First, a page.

Someone having no other connection to the EA community doesn’t mean we should ignore the value of their time, and the people who apply to the most jobs are likely to have the strongest connections, so this factor may not be too important, but it could bear consideration for a more in-depth analysis.
I plan to keep adding and refining this list over time, I’ve just put my current list here in case anyone else has ideas.
Movement Building: Any work to build a movement including but not limited to: community infrastructure, community building, cause, field or discipline development and outreach. Movement building does not need to involve using or spreading the EA brand.
Movement building is a subset of “Meta EA” or “meta altruism”.
Types of Movement Building:
Community Infrastructure: The development of community-wide products and services that help develop the community. Online examples include building wikis, forums, tools and websites. Offline examples include conferences, community houses, and regional networks.
Note: Some community infrastructure may be limited to certain subgroups within the community, such as events and services for leaders or affiliated organisations. Such events might still provide benefits to the wider community, especially when they improve coordination and communication, and where relevant should be considered as infrastructure.
Community Building: Influencing individuals to take actions based on the ideas and principles of the EA movement. This is often accomplished through the development of groups (local & online) organised by geography, shared interests, careers, causes and more. Local groups are the most common, but certain locations (e.g. “hub” cities like London) may also have subgroups that based cause or career.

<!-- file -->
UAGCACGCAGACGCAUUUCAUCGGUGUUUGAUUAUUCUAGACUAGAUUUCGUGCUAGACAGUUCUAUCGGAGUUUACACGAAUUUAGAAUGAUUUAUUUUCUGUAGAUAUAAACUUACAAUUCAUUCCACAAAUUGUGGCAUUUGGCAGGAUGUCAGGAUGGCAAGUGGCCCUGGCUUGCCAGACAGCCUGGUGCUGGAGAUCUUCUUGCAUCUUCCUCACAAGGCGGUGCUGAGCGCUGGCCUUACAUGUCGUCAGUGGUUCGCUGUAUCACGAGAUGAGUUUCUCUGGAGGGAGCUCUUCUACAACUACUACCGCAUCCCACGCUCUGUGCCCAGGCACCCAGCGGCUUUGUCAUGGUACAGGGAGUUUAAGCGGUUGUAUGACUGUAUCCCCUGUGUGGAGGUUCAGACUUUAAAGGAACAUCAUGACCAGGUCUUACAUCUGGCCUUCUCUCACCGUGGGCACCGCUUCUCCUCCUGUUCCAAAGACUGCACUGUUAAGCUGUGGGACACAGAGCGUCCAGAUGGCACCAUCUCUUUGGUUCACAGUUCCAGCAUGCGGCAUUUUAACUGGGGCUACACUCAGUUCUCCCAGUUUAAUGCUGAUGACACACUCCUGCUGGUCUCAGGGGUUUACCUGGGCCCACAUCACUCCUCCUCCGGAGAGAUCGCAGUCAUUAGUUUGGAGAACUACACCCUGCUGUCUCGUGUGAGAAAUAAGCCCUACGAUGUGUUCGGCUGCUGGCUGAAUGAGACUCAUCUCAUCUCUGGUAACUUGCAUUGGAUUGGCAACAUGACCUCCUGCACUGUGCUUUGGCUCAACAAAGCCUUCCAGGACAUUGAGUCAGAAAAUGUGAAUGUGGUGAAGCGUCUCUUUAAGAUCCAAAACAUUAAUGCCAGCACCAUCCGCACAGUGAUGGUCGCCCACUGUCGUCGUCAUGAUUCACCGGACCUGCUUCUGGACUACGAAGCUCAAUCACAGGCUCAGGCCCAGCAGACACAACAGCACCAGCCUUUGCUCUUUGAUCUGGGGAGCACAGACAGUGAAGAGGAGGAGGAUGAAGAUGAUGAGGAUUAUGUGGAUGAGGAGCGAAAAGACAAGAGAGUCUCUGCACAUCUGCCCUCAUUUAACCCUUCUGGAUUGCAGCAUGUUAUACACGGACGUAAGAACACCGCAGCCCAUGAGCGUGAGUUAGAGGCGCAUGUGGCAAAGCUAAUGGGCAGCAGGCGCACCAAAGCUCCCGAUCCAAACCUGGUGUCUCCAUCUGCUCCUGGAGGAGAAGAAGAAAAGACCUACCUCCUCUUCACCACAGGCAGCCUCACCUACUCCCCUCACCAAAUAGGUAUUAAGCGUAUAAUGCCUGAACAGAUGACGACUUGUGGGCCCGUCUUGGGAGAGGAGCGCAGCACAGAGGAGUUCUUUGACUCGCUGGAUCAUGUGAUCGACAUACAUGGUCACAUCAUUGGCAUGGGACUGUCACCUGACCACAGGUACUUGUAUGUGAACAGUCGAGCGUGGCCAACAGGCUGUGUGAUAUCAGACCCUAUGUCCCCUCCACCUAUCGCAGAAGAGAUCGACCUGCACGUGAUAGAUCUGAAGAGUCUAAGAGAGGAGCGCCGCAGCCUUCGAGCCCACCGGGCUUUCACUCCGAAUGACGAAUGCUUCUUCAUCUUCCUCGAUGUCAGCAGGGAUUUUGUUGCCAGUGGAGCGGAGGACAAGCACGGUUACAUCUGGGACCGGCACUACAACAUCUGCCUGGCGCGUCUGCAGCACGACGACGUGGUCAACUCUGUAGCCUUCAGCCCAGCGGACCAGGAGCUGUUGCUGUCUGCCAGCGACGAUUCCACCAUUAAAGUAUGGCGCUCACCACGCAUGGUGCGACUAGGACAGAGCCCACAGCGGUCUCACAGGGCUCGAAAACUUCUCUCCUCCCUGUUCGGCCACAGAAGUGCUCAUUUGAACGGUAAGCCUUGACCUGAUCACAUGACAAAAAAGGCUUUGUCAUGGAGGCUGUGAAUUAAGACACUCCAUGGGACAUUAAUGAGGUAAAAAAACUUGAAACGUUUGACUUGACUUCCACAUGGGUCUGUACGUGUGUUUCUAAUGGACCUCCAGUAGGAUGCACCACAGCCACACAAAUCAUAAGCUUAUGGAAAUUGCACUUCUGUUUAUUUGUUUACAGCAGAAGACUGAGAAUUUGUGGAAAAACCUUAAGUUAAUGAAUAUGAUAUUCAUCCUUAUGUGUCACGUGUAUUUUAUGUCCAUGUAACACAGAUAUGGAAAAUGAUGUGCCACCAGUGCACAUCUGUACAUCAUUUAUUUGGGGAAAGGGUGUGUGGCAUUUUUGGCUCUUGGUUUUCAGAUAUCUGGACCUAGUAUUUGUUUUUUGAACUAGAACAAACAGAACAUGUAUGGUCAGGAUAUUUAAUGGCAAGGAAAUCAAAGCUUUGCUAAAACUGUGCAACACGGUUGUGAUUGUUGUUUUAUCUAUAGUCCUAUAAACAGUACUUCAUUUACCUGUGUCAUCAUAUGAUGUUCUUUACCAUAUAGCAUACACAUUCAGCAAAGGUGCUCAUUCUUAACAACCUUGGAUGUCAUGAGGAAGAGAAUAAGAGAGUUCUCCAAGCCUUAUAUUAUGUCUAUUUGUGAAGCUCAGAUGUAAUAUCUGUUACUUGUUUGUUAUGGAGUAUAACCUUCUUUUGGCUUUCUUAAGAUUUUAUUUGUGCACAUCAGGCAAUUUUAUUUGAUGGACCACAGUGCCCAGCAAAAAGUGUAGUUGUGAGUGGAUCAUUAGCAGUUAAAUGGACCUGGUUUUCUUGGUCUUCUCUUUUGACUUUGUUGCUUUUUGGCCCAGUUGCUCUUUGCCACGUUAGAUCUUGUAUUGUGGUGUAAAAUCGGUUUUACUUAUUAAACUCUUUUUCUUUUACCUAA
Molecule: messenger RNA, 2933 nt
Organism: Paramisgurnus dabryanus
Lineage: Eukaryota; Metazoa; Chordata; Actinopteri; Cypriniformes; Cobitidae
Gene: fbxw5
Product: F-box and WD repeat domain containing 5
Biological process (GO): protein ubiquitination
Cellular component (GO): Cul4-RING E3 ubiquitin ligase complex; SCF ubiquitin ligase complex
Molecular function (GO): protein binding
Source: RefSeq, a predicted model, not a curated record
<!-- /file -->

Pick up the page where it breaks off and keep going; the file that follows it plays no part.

Field or Discipline Development: Developing new or influencing existing academic disciplines or fields through the creation of new organisations, advocacy or funding academics to work in this field. Closely related to Professionalization.
Network Building: Developing the EA network to include non-EA actors, organisations and communities. See Community vs Network by David Nash and EA for non-EA People: External Movement Building by Danny Lipsitz.
Professionalization: Giving an occupation, activity, or group professional qualities. This can be done by creating a career out of, increasing the status of, raising the qualifications required for or improving the training given for a occupation, activity or group.
CEA’s Funnel Model: A model of movement building which focuses on the different stages of involvement people have with EA, based off of corporate sales funnel models.
Community: A group of people connected by a set of shared values, norms, or beliefs.
Alternative definition: “A community is a group of humans with a shared identity who care for each other.”—Konrad
Ideology: A set of ideas and beliefs that represent a particular worldview.
Network: A group of people with varying degrees of connection to each other.
Organic Movement Growth: Movement growth that occurs organically, without explicit intentions (other than perhaps very broad actions like mass-targeted publications).